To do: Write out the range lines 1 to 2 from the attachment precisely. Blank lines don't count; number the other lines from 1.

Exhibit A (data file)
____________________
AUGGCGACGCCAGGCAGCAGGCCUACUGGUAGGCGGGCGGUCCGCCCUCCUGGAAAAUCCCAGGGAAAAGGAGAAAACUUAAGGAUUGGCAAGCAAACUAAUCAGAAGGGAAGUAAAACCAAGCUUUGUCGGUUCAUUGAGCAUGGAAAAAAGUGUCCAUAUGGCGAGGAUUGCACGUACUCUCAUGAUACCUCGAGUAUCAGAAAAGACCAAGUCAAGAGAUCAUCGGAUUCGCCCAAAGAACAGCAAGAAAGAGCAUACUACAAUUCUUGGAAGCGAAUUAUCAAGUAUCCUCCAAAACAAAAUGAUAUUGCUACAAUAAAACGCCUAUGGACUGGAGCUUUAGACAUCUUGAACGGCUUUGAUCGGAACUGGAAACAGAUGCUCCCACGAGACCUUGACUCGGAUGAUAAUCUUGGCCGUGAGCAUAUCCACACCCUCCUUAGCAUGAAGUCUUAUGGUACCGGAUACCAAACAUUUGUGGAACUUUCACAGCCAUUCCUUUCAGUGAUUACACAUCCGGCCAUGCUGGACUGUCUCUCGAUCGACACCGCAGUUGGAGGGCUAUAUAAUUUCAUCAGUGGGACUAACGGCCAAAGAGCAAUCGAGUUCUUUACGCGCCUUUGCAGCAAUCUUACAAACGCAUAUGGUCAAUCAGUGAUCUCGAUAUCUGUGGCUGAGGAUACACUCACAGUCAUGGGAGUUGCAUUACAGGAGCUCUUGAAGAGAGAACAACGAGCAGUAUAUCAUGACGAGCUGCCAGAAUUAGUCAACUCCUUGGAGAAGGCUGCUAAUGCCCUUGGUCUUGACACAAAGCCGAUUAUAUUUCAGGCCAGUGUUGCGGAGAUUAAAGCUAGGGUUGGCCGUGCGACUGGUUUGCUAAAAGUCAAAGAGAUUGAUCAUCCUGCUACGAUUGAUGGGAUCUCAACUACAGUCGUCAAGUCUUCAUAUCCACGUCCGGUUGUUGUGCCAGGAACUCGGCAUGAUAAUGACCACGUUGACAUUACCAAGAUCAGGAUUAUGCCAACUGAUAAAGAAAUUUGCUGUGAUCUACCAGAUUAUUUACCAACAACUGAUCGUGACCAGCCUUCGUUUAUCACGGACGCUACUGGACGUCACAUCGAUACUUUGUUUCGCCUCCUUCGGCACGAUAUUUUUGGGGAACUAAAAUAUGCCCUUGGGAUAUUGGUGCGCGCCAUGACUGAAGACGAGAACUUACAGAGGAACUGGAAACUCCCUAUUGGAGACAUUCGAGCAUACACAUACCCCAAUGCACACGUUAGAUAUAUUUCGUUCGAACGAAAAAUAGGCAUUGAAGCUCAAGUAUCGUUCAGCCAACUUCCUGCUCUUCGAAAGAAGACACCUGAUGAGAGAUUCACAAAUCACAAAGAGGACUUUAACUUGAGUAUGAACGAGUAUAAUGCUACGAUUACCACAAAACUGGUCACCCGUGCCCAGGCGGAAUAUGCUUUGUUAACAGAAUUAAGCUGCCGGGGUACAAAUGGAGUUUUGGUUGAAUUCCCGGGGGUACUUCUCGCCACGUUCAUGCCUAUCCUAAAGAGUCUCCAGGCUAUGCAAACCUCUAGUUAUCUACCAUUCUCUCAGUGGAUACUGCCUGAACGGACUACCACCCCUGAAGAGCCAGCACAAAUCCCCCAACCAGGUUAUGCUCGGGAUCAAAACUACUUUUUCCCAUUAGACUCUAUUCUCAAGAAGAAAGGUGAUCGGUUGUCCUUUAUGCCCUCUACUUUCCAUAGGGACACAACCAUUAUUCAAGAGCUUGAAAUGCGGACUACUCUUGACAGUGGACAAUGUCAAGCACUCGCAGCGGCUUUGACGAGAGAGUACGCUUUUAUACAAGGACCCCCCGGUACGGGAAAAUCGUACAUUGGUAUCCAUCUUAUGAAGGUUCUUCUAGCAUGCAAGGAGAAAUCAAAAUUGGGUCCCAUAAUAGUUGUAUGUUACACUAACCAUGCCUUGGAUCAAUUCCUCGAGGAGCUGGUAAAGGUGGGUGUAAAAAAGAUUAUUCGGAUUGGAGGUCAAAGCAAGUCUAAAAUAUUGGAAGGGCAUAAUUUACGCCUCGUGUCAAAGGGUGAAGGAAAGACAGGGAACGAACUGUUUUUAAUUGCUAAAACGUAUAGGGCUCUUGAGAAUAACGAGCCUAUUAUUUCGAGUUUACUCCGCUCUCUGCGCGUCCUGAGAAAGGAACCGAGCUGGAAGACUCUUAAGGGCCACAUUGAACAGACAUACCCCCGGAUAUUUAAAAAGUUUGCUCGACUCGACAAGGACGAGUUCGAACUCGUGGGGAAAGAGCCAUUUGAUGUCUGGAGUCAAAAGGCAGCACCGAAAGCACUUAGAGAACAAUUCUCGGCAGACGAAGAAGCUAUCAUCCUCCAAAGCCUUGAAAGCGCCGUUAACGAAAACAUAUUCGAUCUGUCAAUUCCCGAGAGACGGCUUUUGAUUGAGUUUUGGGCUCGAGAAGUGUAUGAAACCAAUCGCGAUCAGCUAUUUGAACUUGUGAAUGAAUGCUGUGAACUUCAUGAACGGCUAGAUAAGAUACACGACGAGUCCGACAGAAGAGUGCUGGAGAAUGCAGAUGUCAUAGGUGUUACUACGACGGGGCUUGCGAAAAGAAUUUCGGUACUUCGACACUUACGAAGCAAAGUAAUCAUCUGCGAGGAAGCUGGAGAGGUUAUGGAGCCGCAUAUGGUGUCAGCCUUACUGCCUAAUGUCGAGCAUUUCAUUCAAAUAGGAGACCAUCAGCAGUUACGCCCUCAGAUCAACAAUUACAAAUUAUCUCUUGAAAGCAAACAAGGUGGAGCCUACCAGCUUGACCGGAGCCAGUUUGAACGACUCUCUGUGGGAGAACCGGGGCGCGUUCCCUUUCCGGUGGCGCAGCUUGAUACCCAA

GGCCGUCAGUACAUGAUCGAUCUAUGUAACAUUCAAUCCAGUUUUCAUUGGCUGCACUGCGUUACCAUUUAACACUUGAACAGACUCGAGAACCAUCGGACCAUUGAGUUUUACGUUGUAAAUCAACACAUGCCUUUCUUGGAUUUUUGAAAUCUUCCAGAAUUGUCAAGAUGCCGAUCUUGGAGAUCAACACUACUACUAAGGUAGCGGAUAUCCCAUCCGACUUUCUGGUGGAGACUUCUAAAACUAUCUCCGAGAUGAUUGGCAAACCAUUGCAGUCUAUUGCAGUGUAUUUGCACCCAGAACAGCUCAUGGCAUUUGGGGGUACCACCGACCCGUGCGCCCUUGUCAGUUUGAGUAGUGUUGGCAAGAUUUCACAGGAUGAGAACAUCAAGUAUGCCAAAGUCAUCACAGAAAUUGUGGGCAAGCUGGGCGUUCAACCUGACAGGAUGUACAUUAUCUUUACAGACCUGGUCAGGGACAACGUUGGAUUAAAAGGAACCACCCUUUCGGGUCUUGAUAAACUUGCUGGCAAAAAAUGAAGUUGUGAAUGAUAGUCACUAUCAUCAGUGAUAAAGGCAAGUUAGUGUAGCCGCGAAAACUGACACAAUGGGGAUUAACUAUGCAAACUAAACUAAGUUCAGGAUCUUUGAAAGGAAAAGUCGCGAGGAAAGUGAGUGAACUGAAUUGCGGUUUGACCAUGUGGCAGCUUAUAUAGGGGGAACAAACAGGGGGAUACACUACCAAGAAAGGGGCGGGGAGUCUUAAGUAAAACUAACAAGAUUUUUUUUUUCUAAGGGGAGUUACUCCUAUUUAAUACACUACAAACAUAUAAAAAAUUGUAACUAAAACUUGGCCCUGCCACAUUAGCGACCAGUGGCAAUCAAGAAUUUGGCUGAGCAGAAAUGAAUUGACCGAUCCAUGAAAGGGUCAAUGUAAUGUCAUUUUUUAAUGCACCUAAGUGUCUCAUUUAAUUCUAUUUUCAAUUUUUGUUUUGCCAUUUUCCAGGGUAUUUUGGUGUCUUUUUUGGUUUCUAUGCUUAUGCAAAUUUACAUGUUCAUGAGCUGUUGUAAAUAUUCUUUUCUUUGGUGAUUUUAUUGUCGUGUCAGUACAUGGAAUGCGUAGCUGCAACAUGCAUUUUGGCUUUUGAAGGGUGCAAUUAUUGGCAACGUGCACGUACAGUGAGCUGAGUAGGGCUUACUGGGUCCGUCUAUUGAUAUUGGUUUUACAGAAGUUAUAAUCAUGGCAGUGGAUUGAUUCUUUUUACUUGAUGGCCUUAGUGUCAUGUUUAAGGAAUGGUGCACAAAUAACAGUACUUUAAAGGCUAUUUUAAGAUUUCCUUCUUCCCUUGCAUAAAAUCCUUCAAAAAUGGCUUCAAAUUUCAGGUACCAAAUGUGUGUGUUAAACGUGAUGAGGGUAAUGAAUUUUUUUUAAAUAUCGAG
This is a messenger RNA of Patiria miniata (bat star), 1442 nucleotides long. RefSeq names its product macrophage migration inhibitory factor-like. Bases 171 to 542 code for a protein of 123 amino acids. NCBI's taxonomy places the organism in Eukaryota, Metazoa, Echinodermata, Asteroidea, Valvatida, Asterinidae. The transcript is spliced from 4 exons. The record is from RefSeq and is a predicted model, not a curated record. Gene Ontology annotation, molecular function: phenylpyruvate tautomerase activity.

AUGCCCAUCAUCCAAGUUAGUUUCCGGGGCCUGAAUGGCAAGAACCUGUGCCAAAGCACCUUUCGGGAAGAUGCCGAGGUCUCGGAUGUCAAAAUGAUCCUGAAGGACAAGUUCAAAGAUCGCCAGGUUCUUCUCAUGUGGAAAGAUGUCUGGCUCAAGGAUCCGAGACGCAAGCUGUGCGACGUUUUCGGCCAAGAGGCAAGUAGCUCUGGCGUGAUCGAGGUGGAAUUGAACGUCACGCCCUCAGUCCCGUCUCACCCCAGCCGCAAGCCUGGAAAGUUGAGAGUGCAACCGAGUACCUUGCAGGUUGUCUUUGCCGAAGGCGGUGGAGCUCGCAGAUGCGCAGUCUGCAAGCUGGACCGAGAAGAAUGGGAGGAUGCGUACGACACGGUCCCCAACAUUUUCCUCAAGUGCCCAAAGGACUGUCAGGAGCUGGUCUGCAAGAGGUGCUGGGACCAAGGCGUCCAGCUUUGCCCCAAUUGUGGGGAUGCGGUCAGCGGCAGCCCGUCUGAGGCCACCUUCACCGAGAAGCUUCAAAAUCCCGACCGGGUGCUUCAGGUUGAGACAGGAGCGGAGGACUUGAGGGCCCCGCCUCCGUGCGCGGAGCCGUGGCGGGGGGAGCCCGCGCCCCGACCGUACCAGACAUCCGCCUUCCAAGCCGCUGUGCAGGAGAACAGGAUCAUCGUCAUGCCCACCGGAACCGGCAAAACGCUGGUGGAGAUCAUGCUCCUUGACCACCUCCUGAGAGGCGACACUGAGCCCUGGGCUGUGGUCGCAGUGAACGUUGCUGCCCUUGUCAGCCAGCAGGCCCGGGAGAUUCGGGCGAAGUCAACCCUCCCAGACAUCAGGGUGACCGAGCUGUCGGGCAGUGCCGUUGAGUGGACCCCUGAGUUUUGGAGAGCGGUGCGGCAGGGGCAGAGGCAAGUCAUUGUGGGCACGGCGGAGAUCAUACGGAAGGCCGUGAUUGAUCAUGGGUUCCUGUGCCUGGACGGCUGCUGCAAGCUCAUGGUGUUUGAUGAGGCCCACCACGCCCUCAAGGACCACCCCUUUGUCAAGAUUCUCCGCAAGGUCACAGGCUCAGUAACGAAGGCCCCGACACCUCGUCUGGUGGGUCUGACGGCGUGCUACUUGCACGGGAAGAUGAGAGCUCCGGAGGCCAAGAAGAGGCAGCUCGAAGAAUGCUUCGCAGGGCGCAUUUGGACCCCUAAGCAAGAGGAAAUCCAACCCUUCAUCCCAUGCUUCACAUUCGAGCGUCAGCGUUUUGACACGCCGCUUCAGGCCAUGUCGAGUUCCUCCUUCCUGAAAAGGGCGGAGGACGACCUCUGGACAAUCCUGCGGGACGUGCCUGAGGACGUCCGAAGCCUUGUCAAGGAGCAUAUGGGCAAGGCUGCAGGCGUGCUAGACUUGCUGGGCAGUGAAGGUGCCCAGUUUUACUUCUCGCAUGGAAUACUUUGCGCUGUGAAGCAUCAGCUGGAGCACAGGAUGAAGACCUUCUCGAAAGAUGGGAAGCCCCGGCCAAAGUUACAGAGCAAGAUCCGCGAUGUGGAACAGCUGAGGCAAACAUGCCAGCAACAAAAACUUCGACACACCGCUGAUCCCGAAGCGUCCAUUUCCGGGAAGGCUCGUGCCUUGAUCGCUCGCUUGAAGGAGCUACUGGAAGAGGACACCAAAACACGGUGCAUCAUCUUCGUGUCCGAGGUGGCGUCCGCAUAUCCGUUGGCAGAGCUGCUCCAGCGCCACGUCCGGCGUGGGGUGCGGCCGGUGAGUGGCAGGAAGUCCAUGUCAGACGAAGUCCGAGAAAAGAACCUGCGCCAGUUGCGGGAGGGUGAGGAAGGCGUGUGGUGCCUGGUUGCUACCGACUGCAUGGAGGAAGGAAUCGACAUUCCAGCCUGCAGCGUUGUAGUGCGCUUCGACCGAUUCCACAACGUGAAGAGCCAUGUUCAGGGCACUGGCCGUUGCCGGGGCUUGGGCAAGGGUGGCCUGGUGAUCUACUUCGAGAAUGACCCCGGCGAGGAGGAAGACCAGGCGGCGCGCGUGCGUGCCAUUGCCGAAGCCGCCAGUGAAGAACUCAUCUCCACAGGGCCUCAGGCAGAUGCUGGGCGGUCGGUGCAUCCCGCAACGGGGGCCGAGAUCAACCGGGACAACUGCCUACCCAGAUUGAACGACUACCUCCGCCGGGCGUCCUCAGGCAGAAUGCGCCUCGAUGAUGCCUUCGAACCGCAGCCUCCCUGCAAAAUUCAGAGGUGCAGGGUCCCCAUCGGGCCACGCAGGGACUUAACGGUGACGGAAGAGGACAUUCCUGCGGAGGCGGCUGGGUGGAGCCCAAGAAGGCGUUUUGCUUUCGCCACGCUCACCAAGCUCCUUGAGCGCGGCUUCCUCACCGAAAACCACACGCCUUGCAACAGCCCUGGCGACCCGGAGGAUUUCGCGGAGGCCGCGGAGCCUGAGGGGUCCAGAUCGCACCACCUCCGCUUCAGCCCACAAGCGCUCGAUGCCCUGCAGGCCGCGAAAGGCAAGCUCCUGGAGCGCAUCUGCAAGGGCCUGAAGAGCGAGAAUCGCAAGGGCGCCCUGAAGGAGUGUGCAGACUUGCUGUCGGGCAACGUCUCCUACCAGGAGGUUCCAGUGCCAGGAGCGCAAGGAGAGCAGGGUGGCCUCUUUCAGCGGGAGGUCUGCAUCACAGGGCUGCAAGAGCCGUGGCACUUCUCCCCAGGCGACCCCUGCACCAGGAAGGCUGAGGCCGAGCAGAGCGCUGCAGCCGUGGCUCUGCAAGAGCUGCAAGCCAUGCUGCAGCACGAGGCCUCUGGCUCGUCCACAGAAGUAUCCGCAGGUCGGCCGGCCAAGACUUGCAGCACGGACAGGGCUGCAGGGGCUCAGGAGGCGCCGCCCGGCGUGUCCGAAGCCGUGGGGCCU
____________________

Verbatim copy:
AUGGCGACGCCAGGCAGCAGGCCUACUGGUAGGCGGGCGGUCCGCCCUCCUGGAAAAUCCCAGGGAAAAGGAGAAAACUUAAGGAUUGGCAAGCAAACUAAUCAGAAGGGAAGUAAAACCAAGCUUUGUCGGUUCAUUGAGCAUGGAAAAAAGUGUCCAUAUGGCGAGGAUUGCACGUACUCUCAUGAUACCUCGAGUAUCAGAAAAGACCAAGUCAAGAGAUCAUCGGAUUCGCCCAAAGAACAGCAAGAAAGAGCAUACUACAAUUCUUGGAAGCGAAUUAUCAAGUAUCCUCCAAAACAAAAUGAUAUUGCUACAAUAAAACGCCUAUGGACUGGAGCUUUAGACAUCUUGAACGGCUUUGAUCGGAACUGGAAACAGAUGCUCCCACGAGACCUUGACUCGGAUGAUAAUCUUGGCCGUGAGCAUAUCCACACCCUCCUUAGCAUGAAGUCUUAUGGUACCGGAUACCAAACAUUUGUGGAACUUUCACAGCCAUUCCUUUCAGUGAUUACACAUCCGGCCAUGCUGGACUGUCUCUCGAUCGACACCGCAGUUGGAGGGCUAUAUAAUUUCAUCAGUGGGACUAACGGCCAAAGAGCAAUCGAGUUCUUUACGCGCCUUUGCAGCAAUCUUACAAACGCAUAUGGUCAAUCAGUGAUCUCGAUAUCUGUGGCUGAGGAUACACUCACAGUCAUGGGAGUUGCAUUACAGGAGCUCUUGAAGAGAGAACAACGAGCAGUAUAUCAUGACGAGCUGCCAGAAUUAGUCAACUCCUUGGAGAAGGCUGCUAAUGCCCUUGGUCUUGACACAAAGCCGAUUAUAUUUCAGGCCAGUGUUGCGGAGAUUAAAGCUAGGGUUGGCCGUGCGACUGGUUUGCUAAAAGUCAAAGAGAUUGAUCAUCCUGCUACGAUUGAUGGGAUCUCAACUACAGUCGUCAAGUCUUCAUAUCCACGUCCGGUUGUUGUGCCAGGAACUCGGCAUGAUAAUGACCACGUUGACAUUACCAAGAUCAGGAUUAUGCCAACUGAUAAAGAAAUUUGCUGUGAUCUACCAGAUUAUUUACCAACAACUGAUCGUGACCAGCCUUCGUUUAUCACGGACGCUACUGGACGUCACAUCGAUACUUUGUUUCGCCUCCUUCGGCACGAUAUUUUUGGGGAACUAAAAUAUGCCCUUGGGAUAUUGGUGCGCGCCAUGACUGAAGACGAGAACUUACAGAGGAACUGGAAACUCCCUAUUGGAGACAUUCGAGCAUACACAUACCCCAAUGCACACGUUAGAUAUAUUUCGUUCGAACGAAAAAUAGGCAUUGAAGCUCAAGUAUCGUUCAGCCAACUUCCUGCUCUUCGAAAGAAGACACCUGAUGAGAGAUUCACAAAUCACAAAGAGGACUUUAACUUGAGUAUGAACGAGUAUAAUGCUACGAUUACCACAAAACUGGUCACCCGUGCCCAGGCGGAAUAUGCUUUGUUAACAGAAUUAAGCUGCCGGGGUACAAAUGGAGUUUUGGUUGAAUUCCCGGGGGUACUUCUCGCCACGUUCAUGCCUAUCCUAAAGAGUCUCCAGGCUAUGCAAACCUCUAGUUAUCUACCAUUCUCUCAGUGGAUACUGCCUGAACGGACUACCACCCCUGAAGAGCCAGCACAAAUCCCCCAACCAGGUUAUGCUCGGGAUCAAAACUACUUUUUCCCAUUAGACUCUAUUCUCAAGAAGAAAGGUGAUCGGUUGUCCUUUAUGCCCUCUACUUUCCAUAGGGACACAACCAUUAUUCAAGAGCUUGAAAUGCGGACUACUCUUGACAGUGGACAAUGUCAAGCACUCGCAGCGGCUUUGACGAGAGAGUACGCUUUUAUACAAGGACCCCCCGGUACGGGAAAAUCGUACAUUGGUAUCCAUCUUAUGAAGGUUCUUCUAGCAUGCAAGGAGAAAUCAAAAUUGGGUCCCAUAAUAGUUGUAUGUUACACUAACCAUGCCUUGGAUCAAUUCCUCGAGGAGCUGGUAAAGGUGGGUGUAAAAAAGAUUAUUCGGAUUGGAGGUCAAAGCAAGUCUAAAAUAUUGGAAGGGCAUAAUUUACGCCUCGUGUCAAAGGGUGAAGGAAAGACAGGGAACGAACUGUUUUUAAUUGCUAAAACGUAUAGGGCUCUUGAGAAUAACGAGCCUAUUAUUUCGAGUUUACUCCGCUCUCUGCGCGUCCUGAGAAAGGAACCGAGCUGGAAGACUCUUAAGGGCCACAUUGAACAGACAUACCCCCGGAUAUUUAAAAAGUUUGCUCGACUCGACAAGGACGAGUUCGAACUCGUGGGGAAAGAGCCAUUUGAUGUCUGGAGUCAAAAGGCAGCACCGAAAGCACUUAGAGAACAAUUCUCGGCAGACGAAGAAGCUAUCAUCCUCCAAAGCCUUGAAAGCGCCGUUAACGAAAACAUAUUCGAUCUGUCAAUUCCCGAGAGACGGCUUUUGAUUGAGUUUUGGGCUCGAGAAGUGUAUGAAACCAAUCGCGAUCAGCUAUUUGAACUUGUGAAUGAAUGCUGUGAACUUCAUGAACGGCUAGAUAAGAUACACGACGAGUCCGACAGAAGAGUGCUGGAGAAUGCAGAUGUCAUAGGUGUUACUACGACGGGGCUUGCGAAAAGAAUUUCGGUACUUCGACACUUACGAAGCAAAGUAAUCAUCUGCGAGGAAGCUGGAGAGGUUAUGGAGCCGCAUAUGGUGUCAGCCUUACUGCCUAAUGUCGAGCAUUUCAUUCAAAUAGGAGACCAUCAGCAGUUACGCCCUCAGAUCAACAAUUACAAAUUAUCUCUUGAAAGCAAACAAGGUGGAGCCUACCAGCUUGACCGGAGCCAGUUUGAACGACUCUCUGUGGGAGAACCGGGGCGCGUUCCCUUUCCGGUGGCGCAGCUUGAUACCCAA

GGCCGUCAGUACAUGAUCGAUCUAUGUAACAUUCAAUCCAGUUUUCAUUGGCUGCACUGCGUUACCAUUUAACACUUGAACAGACUCGAGAACCAUCGGACCAUUGAGUUUUACGUUGUAAAUCAACACAUGCCUUUCUUGGAUUUUUGAAAUCUUCCAGAAUUGUCAAGAUGCCGAUCUUGGAGAUCAACACUACUACUAAGGUAGCGGAUAUCCCAUCCGACUUUCUGGUGGAGACUUCUAAAACUAUCUCCGAGAUGAUUGGCAAACCAUUGCAGUCUAUUGCAGUGUAUUUGCACCCAGAACAGCUCAUGGCAUUUGGGGGUACCACCGACCCGUGCGCCCUUGUCAGUUUGAGUAGUGUUGGCAAGAUUUCACAGGAUGAGAACAUCAAGUAUGCCAAAGUCAUCACAGAAAUUGUGGGCAAGCUGGGCGUUCAACCUGACAGGAUGUACAUUAUCUUUACAGACCUGGUCAGGGACAACGUUGGAUUAAAAGGAACCACCCUUUCGGGUCUUGAUAAACUUGCUGGCAAAAAAUGAAGUUGUGAAUGAUAGUCACUAUCAUCAGUGAUAAAGGCAAGUUAGUGUAGCCGCGAAAACUGACACAAUGGGGAUUAACUAUGCAAACUAAACUAAGUUCAGGAUCUUUGAAAGGAAAAGUCGCGAGGAAAGUGAGUGAACUGAAUUGCGGUUUGACCAUGUGGCAGCUUAUAUAGGGGGAACAAACAGGGGGAUACACUACCAAGAAAGGGGCGGGGAGUCUUAAGUAAAACUAACAAGAUUUUUUUUUUCUAAGGGGAGUUACUCCUAUUUAAUACACUACAAACAUAUAAAAAAUUGUAACUAAAACUUGGCCCUGCCACAUUAGCGACCAGUGGCAAUCAAGAAUUUGGCUGAGCAGAAAUGAAUUGACCGAUCCAUGAAAGGGUCAAUGUAAUGUCAUUUUUUAAUGCACCUAAGUGUCUCAUUUAAUUCUAUUUUCAAUUUUUGUUUUGCCAUUUUCCAGGGUAUUUUGGUGUCUUUUUUGGUUUCUAUGCUUAUGCAAAUUUACAUGUUCAUGAGCUGUUGUAAAUAUUCUUUUCUUUGGUGAUUUUAUUGUCGUGUCAGUACAUGGAAUGCGUAGCUGCAACAUGCAUUUUGGCUUUUGAAGGGUGCAAUUAUUGGCAACGUGCACGUACAGUGAGCUGAGUAGGGCUUACUGGGUCCGUCUAUUGAUAUUGGUUUUACAGAAGUUAUAAUCAUGGCAGUGGAUUGAUUCUUUUUACUUGAUGGCCUUAGUGUCAUGUUUAAGGAAUGGUGCACAAAUAACAGUACUUUAAAGGCUAUUUUAAGAUUUCCUUCUUCCCUUGCAUAAAAUCCUUCAAAAAUGGCUUCAAAUUUCAGGUACCAAAUGUGUGUGUUAAACGUGAUGAGGGUAAUGAAUUUUUUUUAAAUAUCGAG